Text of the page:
By E. Brown
There seems to be an unspoken rule in business: Look out for You because you’re the only one You can depend on. From the corporate mission to the line-level employee, this idea permeates many organizations.
Some of this has been the backlash of “doing business” and some has been the advance of technology. Radio host and Business Coach, Dan Miller, in his book 48 Days To The Work You Love, states this notion:
The unwritten agreement between the corporation and the employee was, If you work for us throughout your working lifetime, we will take care of you.
This unspoken contract disintegrated. What happened? Fifty years ago, it took a lifetime for technology to make your job irrelevant–now it takes only 4 to 5 years. StaffMark predicts that in the next 4 years, 50 percent of the workforce will be contract labor. And today the average length of a job in America is 3.2 years.
How much of this have companies brought on themselves? Poor management drives employees to “watch their backs” so they do not lose their jobs. Poor leadership drives managers to “suck up to the party line” or lose their position of status.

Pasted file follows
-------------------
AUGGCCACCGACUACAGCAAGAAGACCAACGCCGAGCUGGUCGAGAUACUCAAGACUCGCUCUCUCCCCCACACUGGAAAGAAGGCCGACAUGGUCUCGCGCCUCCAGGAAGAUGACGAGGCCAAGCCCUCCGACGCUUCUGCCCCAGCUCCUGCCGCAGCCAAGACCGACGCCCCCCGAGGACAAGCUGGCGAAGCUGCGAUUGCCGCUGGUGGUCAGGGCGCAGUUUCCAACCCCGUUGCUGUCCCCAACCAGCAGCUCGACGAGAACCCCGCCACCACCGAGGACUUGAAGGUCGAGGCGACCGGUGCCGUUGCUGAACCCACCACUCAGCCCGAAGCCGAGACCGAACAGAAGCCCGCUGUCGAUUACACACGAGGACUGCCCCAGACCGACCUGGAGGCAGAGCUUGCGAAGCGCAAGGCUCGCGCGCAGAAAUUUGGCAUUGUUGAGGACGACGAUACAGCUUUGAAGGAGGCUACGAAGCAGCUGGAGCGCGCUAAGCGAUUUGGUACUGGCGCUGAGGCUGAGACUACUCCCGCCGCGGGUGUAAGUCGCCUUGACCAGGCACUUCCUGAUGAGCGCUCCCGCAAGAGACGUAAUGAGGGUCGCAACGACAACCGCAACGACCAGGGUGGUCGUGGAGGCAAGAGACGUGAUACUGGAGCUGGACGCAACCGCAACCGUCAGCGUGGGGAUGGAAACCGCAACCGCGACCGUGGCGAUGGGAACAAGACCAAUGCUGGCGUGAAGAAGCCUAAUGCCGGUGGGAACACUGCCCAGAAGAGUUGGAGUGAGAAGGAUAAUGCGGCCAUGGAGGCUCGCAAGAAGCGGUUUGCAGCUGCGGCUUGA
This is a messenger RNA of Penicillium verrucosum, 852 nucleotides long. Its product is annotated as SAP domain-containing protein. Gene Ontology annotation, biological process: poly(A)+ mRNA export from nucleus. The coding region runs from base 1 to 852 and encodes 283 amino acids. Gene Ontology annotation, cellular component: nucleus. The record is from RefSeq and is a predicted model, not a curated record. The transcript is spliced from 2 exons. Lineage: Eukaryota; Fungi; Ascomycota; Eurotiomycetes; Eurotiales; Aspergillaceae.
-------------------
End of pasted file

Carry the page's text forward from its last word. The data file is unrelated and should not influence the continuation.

As I have mentioned in another article (The Power Principle) the illusion of being in control is just that–an illusion. There are forces outside our control that can and have direct impact on us as individuals and workers. So what are we to do? Below I have outlined a few places to consider starting.
Don’t try to be someone other than who you are. You have personal strengths and weaknesses. Don’t try to hide either. The truth is, you’re no good at hiding them and people know it already, which leads to the next point…
This seems to be a popular notion but no one wants to be first. Be honest with yourself and with others.
Proactively seek out others within and without the company to hold you accountable. A work life unexamined is a life that is headed for tough times.
People are not going to like what you are doing. You will no doubt expose the insecurities and political posturing of others. Be ready for criticism and be ready to look for another place of employment. Popularity, while nice to have, is not the litmus test.
When people see you for who you really are they will admire you and be more trusting. They will not have to wonder if there are any hidden agendas. They will know you care about their success and not just your own.
Covering your a$$ takes a lot of time and energy. Why waste it?